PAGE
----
delivered the opinion of the Court:
This was an action, brought by Hanson and Barrett, against Busse, to recover the price of one hundred and ten barrels of apples, sold by them to Busse. The demand was resisted, on the ground that the apples, when opened, proved to be decayed and entirely worthless. The jury found for the defendant and the plaintiffs appealed.
The court gave for the defendant a series of instructions, nearly all of which embody the idea, that if the plaintiffs represented the apples to be good, and the defendant bought them, relying upon such representations, and they were bad and unmerchantable, and the defendant offered, at once, to return them, he would not be liable for the price.
In reference to the sale of personal property, which is open to the inspection and examination of the purchaser, this would not be the law. In such cases it is immaterial how far the purchaser may rely upon the representations of the vendor as to the quality of the goods, if there was no intention on the part of the vendor to warrant, and if he used no language fairly implying such an intent. The different rule of the civil law may *498be founded on higher morals, and the modern decisions, both in England and this country, seem to be tending in that direction. This tendency is shown in the recognition of exceptions to the rule. But the rule itself must be considered firmly settled in the common law, that the vendor of goods which the purchaser has, at the time of purchase, the opportunity of examining, is not responsible for defects of quality, in the absence of fraud and warranty; and although no particular form of words is requisite to constitute a warranty, yet a simple commendation of the goods, or a representation that they are of a certain quality does not make a warranty, unless the language of the vendor, taken in connection with the circumstances of the sale, fairly implies an intention, on his part, to be understood as warranting. The rule has been thus laid down by this court in several cases. Towell v. Gatewood, 2 Scam. 22; Adams v. Johnson, 15 Ill. 345, and Kohl v. Linder, 39 id. 195. In the last case the rule is fully considered.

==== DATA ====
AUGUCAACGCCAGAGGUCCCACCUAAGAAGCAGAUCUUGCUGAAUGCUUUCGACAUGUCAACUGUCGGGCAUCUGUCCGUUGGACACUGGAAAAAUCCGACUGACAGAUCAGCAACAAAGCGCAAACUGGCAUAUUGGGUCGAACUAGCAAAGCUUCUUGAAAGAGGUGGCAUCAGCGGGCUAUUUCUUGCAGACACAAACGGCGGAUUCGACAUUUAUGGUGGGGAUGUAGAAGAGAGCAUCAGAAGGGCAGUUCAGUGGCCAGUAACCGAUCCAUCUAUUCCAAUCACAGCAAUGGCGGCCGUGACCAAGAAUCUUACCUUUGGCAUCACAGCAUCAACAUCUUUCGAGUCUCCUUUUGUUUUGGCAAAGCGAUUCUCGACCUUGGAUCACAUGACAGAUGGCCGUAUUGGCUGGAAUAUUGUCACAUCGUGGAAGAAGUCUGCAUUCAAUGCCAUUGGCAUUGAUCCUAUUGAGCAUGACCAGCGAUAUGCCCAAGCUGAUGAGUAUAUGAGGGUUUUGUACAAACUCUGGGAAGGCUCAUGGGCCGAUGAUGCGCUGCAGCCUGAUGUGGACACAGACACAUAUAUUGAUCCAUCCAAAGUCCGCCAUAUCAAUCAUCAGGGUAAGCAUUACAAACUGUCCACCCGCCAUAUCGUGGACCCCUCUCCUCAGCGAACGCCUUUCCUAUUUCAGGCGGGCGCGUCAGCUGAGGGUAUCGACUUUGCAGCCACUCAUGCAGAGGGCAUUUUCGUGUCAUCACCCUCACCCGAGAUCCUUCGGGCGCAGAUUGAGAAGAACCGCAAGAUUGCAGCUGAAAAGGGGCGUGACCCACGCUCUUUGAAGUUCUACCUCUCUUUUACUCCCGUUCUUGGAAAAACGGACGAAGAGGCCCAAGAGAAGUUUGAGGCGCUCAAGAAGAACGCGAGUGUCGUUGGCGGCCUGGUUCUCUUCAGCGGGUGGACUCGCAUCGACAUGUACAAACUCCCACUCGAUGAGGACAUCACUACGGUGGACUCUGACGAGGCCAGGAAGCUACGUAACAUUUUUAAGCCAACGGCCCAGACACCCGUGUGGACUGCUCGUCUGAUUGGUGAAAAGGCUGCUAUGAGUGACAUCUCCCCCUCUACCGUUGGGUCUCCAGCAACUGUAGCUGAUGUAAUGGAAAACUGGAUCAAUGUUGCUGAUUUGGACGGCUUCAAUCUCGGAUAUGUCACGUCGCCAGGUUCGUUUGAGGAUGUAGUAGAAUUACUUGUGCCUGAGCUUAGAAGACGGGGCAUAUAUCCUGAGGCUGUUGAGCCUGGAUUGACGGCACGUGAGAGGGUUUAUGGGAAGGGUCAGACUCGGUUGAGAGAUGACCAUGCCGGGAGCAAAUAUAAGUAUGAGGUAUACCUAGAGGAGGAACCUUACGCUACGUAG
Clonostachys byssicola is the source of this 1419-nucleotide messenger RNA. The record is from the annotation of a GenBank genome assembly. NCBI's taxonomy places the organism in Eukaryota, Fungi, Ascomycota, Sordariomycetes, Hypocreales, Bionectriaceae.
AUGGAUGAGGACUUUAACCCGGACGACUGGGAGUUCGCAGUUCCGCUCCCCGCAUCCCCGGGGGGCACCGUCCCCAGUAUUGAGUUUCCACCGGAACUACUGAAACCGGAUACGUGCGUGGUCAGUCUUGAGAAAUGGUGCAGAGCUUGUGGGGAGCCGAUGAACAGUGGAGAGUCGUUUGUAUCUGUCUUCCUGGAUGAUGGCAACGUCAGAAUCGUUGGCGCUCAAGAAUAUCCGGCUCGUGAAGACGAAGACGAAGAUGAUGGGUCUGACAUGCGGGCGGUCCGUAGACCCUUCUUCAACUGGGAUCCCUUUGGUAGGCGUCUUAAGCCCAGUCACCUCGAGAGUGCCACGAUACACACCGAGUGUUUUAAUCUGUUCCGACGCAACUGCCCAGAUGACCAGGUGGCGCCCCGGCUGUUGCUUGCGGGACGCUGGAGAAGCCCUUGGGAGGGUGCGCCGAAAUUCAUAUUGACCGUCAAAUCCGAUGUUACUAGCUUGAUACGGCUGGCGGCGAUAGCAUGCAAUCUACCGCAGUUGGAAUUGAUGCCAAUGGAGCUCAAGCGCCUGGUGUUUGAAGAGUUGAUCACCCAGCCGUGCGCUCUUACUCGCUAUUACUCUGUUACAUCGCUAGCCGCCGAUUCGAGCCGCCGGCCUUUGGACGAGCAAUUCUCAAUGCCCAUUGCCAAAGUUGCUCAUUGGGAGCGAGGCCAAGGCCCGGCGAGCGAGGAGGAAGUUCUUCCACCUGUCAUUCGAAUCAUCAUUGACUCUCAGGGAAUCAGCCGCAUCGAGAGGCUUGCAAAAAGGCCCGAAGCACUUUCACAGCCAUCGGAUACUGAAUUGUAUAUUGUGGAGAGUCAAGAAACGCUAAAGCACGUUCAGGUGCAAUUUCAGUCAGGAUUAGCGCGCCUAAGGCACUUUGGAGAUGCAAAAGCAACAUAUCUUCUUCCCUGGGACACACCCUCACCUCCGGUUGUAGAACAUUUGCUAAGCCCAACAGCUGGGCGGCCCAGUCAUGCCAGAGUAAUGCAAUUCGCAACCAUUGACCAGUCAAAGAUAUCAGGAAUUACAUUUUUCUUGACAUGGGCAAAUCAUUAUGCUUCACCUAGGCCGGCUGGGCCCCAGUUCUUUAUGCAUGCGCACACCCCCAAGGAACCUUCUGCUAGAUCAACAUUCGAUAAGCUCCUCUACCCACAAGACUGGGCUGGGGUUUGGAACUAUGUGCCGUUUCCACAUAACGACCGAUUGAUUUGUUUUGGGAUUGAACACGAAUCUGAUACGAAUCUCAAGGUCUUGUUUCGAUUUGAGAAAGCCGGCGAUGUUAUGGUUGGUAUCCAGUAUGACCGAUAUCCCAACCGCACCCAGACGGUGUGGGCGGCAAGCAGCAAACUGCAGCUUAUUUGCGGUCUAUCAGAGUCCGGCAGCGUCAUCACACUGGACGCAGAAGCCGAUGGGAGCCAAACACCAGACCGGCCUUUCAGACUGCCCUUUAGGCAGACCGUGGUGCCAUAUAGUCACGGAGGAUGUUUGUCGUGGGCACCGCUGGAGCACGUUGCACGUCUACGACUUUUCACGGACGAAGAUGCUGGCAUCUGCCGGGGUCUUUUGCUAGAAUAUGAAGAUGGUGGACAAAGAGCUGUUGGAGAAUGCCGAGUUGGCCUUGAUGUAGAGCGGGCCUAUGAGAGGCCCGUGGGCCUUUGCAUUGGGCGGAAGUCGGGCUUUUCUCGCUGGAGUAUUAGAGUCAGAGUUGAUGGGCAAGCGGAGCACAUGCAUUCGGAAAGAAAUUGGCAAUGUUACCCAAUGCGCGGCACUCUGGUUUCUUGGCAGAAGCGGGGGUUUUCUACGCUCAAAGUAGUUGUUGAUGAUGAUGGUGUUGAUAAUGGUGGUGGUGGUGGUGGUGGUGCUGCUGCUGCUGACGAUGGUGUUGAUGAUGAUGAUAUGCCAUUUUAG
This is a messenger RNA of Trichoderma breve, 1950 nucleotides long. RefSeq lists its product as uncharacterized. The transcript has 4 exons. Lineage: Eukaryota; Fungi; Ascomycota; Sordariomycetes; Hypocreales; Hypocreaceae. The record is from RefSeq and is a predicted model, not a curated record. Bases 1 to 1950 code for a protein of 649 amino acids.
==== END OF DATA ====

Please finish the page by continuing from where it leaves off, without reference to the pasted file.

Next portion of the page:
But, although these instructions would he erroneous if applied to ordinary sales of personal property open to inspection, yet they must be considered in reference to their application to this particular case, and, tried by that standard, we can not say they misled the jury. As stated by this court in Kohl v. Linder, above quoted, one of the exceptions to the general rule is, where the sale is made by sample, and another, where the purchaser has no opportunity for inspection. The bulk must be as good as the sample, and, if there is no opportunity for examination, the article sold must he what the vendor represents it to be. In such cases the maxim caveat emjptor can have no application.
In the case before us the proof shows that the 110 barrels were piled up in tiers at a railway depot in Chicago. The purchaser went with the clerk of the plaintiffs to look at them. They opened a couple of barrels that stood on the floor. The purchaser was lame from rheumatism, and requested the clerk to climb up and open a barrel on the top of the tiers. He did so, and showed the purchaser some apples which were in good condition, and said they were all like that. The plaintiffs had *499told the defendant the apples were just such as he had previously bought, shipped by the same man, and good handpicked fruit. The apples in the three barrels exhibited as samples were unquestionably merchantable, or the defendant would not have bought. It would be unreasonable to require that he should have opened every one of the 110 barrels. He had the right to rely on the samples shown to him, and on the representations of the plaintiffs that the apples were good. He had no opportunity for the exercise of his own judgment, and the plaintiffs must have known that he bought relying upon their representations. The case falls clearly within the exceptions to the general rule above mentioned, and there is no ground for saying emeat emptor. The verdict was just, and the instructions as applied to the facts of this case could not have misled the jury.
The plaintiffs’ instructions were properly refused, because inapplicable to the facts of this case. They would have tended to mislead the jury.
The judgment must be affirmed.